* Yesterday, James Shaw and Eugenie Sage paid a visit to the Antarctic Research Centre at Victoria University to meet with leading climate scientists. James shares his reflections on their vital work.
Something dramatic is taking place in the Antarctic. I’m sitting in a room at the Antarctic Research Centre, Victoria University, Wellington, with some of the world’s foremost experts on the Antarctic and I am equal parts fascinated and horrified by the sheer scale of the changes that are taking place around the southern continent. Professor of Geography, Environment and Earth Sciences; James Renwick, is speaking of vast weather systems pulsing inwards and outwards – the Southern Annular Mode it’s called, but I can’t help thinking of a beating heart. It seems to me that the scientists here are monitoring our planet’s pulse – and it’s not looking good.
Associate Professor Nick Golledge shows us how the vast ice shelves of West Antarctica are melting and fracturing, exposing the great ice sheets behind them. The potential for massive sea level rise is quite frankly world-changing. The impact that this will have on the daily lives of billions of people is far reaching. We’re shown a model of what this means for Wellington. The CBD, large swathes of Miramar and much of the lower Hutt Valley are underwater. As much as the idea of kayaking to work appeals to my sense of adventure, I think I might still want to catch the train on occasion (today’s ‘weather bomb’ may well be one). It’s hard to make use of a rail system or a motorway if it’s underwater.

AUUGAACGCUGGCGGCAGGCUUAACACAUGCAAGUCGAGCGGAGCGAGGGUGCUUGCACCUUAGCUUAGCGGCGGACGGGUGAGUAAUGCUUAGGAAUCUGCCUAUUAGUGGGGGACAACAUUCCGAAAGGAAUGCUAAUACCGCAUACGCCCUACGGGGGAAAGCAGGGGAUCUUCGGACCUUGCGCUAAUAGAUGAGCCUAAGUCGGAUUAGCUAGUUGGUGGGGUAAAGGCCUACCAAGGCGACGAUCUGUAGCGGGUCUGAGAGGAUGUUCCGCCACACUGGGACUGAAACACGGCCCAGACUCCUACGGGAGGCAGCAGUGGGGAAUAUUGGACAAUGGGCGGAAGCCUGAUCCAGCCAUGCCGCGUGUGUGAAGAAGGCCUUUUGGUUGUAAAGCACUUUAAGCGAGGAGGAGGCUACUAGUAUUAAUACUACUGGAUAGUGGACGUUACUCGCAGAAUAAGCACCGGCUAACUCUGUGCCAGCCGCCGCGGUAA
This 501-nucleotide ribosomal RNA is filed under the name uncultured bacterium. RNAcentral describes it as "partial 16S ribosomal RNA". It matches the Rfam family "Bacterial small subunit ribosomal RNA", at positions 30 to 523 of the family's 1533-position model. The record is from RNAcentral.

What impact will this have on New Zealand’s fisheries? While there are studies on ocean acidity underway – due to a distinct lack of funding, we actually don’t know what is happening to the temperature of our national waters – something that is quite frustrating to the minds here. Indeed the constant battle to secure funding for climate change research is a recurring theme, which to me seems odd given how crucial the work being done here is.
It is a sad truth that whatever action we take to halt the climate crisis, nature and our climate systems have already begun to change because of global warming. It’s clear we need the expertise that resides at the Antarctic Research Centre more than ever – to understand what the future climate might hold for farmers, our cities, our fisheries, plants and native species.
Being reminded of the enormous changes we are inflicting on our own home is a powerful motivator. 2017 is the year in which New Zealanders have a chance to make climate the issue for politicians of all stripes, to remind them that it is their moral responsibility to protect our home not just for ourselves but for future generations. I hope that New Zealanders and politicians alike take on this challenge.